Given changes in goal selectivity with aging, we would expect that older consumers would be more prevention-focused and less promotion-focused compared to younger consumers, especially in domains in which older consumers expect or experience losses, such as some cognitive abilities, health, or fitness.

Furthermore, other variables that change with age may reinforce a relative increase in prevention focus with age. In particular, recent findings suggest that a limited time perspective may increase the relative importance of prevention over promotion goals (Pennington and Roese 2003) and that the cognitive processes associated with a promotion focus versus those associated with a prevention focus are likely to require more cognitive resources. Older consumers tend to have both a more limited time perspective and more limited cognitive resources than younger consumers, potentially reinforcing any tendency they might have to show increased prevention focus relative to younger consumers.

2.2 Cognition: The case of functional learning

Rather than review all existing literature about changes in cognition (see Yoon and Cole 2008), we emphasize several new findings pertaining to age-associated changes in functional learning, that is, learning of continuous functional mappings that relate stimulus and response continua. Through functional learning, an organism acquires a 358 Market Lett (2008) 19:355–365 judgment rule for correctly assigning each stimulus value encountered in a certain domain to one, and only one, response value. For example, “The better the product, the higher its price,” is a functional decision rule. The ability to detect and learn such continuous relations has strong adaptive value throughout a person’s life.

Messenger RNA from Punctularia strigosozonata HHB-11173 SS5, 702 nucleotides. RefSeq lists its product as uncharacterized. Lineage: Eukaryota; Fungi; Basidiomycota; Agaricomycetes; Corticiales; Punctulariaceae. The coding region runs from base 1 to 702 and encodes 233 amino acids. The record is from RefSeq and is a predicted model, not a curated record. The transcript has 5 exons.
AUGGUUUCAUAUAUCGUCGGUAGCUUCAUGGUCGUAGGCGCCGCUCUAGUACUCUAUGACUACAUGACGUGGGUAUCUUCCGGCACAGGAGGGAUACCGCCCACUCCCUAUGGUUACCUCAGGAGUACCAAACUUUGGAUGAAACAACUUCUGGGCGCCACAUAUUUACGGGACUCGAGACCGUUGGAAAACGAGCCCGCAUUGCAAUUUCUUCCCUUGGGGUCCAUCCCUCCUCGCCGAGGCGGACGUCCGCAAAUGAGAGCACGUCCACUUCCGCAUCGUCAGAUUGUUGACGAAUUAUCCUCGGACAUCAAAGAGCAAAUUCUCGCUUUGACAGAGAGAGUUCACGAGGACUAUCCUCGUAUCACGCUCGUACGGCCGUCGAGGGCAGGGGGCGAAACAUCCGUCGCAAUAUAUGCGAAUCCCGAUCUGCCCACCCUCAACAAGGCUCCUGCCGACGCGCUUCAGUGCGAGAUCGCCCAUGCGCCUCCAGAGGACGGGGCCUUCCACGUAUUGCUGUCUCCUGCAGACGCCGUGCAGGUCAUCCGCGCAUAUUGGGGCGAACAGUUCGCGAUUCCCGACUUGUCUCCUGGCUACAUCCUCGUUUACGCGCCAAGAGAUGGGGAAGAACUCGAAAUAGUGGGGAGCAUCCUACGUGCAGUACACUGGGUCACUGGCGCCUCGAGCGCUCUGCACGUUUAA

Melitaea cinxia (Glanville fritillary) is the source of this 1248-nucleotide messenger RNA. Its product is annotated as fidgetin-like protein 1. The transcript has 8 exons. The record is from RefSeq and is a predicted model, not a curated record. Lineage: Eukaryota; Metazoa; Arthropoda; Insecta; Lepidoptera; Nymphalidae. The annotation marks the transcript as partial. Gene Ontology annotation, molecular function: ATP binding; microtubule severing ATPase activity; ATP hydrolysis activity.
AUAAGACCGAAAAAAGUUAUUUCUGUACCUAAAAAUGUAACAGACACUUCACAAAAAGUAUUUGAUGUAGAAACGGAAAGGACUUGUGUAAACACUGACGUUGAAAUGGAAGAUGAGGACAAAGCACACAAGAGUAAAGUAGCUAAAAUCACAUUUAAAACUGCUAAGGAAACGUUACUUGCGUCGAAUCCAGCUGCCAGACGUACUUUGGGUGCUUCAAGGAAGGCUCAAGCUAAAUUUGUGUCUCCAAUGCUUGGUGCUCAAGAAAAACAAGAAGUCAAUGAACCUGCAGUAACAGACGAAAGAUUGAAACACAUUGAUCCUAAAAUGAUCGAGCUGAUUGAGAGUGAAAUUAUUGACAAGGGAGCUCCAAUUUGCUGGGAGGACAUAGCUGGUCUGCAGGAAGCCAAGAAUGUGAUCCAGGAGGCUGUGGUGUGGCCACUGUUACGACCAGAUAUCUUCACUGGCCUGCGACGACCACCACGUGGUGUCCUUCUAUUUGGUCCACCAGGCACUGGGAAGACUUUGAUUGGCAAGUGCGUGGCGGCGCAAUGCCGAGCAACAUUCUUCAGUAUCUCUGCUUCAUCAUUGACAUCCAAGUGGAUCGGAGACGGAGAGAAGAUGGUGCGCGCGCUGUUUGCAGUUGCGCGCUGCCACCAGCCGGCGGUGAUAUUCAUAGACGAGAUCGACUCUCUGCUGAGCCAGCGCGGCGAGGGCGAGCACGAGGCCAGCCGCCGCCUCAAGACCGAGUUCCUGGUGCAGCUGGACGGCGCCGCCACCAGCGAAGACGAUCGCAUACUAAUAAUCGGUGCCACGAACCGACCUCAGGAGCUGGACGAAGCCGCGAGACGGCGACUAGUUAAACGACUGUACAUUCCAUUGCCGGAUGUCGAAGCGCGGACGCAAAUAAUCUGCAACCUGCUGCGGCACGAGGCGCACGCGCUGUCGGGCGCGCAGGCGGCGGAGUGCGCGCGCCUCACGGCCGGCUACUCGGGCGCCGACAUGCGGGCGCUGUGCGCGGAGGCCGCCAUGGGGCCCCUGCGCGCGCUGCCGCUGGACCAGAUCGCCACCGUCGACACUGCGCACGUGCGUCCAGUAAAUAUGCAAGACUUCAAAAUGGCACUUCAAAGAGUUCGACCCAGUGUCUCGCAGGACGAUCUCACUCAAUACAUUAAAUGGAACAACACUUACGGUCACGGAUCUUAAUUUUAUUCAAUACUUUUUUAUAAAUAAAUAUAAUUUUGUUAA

A few studies in aging literature report that when presented with one stimulus value (e.g., quality) and given feedback about the value to be predicted from it (e.g., price), elderly and younger adults are equally able to learn (and apply) the most common functional relations encountered in their daily lives, whether direct, inverse, U-shaped, or inverse U-shaped (Musielak et al. 2006). Without any feedback, older adults use direct relations as the default option. Other functional learning results indicate that when data contain a considerable amount of uncertainty, the elderly are able to learn, interpolate, and extrapolate as well as younger persons (Musielak et al.


However, when they are presented with more than one stimulus value and given feedback about the value to be predicted (e.g., health status), such that one relation is positive (e.g., dosage) and the other is inverse (e.g., side effects), older adults have difficulty learning the inverse relationship. They can detect which relation is a direct one and apply it, but they encounter difficulties learning how to combine the two stimuli into an overall prediction. Many older adults tend not to use the inverse relation stimulus. Yet when both relations are inverse, some elderly persons appear able to detect and learn the two inverse relationships and combine the stimulus values correctly. Finally, when presented with two direct relationship stimuli embedded within a set of invalid non-diagnostic stimuli, older adults have more trouble than younger adults detecting which stimuli are valid (Chasseigne and Mullet 2007).